Tuesday, March 4, 2008

The Name of This Book is Secret by Pseudonymous Bosch+

Maybe Pseudonymous Bosch was just shocked by my age, but it took a long time for me to be trusted by the UK website for The Name of This Book is Secret. I actually sat there and thought of all the reasons I might not be trusted as the little, blue, pulsating oblong at the bottom of the screen inched toward completion. I mean, I can be trusted, right? I didn't lie about my age. Has modern technology come so far that it can tell just by the way I type that I am actually totally useless at keeping a secret?
So it seems is the narrator of The Name of This Book is Secret. At first I thought it was all a bit gimmicky. The first chapter is Xed out completely and then you get a pep talk on how dangerous the book is and do you really want to venture forth blah, blah, blah. However, once there was actual plot, I was hooked. This reads a little like a Lemony Snicket book. Personally I find Snicket annoying, interrupting too much and trying overly hard to be clever. Bosch is less intrusive.
The plot is fast moving and not all that predictable. Cassandra, a survivalist and doomsayer (thus the name), often hangs out with her adopted (gay?) grandfathers in their antique shop. A real estate agent who specializes in clearing out and selling the houses of the recently deceased brings in a pile of junk from a magician's house. Needless to say the magician died in mysterious circumstances, and Cassandra soon finds herself mixed up in a dastardly plot to uncover a terrible secret that will, should Pseudonymous Bosh not be pulling our legs, change the reader's life forever.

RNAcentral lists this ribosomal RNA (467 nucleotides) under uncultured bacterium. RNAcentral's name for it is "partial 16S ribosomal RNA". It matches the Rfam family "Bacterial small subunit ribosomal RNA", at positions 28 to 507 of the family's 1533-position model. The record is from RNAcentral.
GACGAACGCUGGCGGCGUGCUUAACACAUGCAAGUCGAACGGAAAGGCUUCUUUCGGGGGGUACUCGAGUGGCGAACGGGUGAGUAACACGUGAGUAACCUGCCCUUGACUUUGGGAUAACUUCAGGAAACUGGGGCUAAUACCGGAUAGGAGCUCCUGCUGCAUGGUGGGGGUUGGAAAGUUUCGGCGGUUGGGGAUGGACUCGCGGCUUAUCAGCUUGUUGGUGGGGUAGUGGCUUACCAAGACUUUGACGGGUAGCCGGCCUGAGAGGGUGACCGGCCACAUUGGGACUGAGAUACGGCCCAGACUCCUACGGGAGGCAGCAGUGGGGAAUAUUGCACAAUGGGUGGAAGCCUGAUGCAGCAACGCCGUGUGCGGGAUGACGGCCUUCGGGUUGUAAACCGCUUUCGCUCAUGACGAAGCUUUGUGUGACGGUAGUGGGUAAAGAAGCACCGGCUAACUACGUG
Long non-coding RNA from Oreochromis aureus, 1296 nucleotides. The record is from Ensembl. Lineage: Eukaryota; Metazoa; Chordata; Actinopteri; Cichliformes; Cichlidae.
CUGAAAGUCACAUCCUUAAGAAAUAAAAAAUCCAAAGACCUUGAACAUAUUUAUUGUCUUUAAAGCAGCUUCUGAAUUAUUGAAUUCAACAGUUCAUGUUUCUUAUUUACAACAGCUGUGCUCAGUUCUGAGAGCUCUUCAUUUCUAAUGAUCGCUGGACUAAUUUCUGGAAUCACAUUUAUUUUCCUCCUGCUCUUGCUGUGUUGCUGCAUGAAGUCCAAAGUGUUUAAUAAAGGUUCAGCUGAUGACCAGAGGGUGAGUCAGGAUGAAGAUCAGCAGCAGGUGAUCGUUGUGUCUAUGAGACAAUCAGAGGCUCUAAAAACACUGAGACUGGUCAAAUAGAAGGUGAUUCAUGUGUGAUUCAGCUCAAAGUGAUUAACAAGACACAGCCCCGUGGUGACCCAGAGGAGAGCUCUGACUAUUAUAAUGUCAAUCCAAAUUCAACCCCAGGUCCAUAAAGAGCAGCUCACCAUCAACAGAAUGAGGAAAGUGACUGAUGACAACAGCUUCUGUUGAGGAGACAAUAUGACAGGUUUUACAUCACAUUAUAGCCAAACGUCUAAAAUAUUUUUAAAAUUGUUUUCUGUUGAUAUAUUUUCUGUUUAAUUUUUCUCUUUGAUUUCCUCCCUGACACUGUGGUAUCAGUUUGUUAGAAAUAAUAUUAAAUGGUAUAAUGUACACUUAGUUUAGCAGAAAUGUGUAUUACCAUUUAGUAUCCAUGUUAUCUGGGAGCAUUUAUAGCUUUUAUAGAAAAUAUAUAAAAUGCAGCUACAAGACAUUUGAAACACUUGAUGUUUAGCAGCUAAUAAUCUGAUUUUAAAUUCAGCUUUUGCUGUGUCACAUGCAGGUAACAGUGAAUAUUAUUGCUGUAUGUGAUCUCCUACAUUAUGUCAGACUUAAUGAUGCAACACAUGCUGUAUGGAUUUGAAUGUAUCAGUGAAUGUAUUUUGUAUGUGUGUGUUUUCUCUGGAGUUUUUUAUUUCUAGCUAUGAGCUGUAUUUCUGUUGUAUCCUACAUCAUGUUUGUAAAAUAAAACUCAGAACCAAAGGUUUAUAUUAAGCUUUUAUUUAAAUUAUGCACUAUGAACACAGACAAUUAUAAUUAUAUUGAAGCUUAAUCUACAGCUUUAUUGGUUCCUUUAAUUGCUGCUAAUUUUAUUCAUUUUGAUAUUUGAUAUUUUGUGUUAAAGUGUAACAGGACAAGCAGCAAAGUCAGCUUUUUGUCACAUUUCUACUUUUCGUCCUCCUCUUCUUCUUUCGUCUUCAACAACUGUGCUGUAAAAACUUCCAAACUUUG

I could relate to Cass. Her favorite weather condition is wind on a sunny day, as is mine. She is growing up without her father, who was struck by lightning. Mine wasn't struck by anything but probably could have benefited from an electrical charge or two. Max Ernst's (Cass' diminutive and verbose sidekick) parents are so divided that their house is split in two, with Max's bedroom straddling both sides. I found this a rather apt image for the way that many divorced parents insist on dividing their child equally between them, thereby making their child in need of therapy for most of their adult life. Bosch does a nice job of fleshing out his characters with these details and saves his book and its heroes from becoming Snicketesque.

Other reviews of The Name of this Book is Secret: Book Kid Reviews, Kidsread.com, Seeing Indigo

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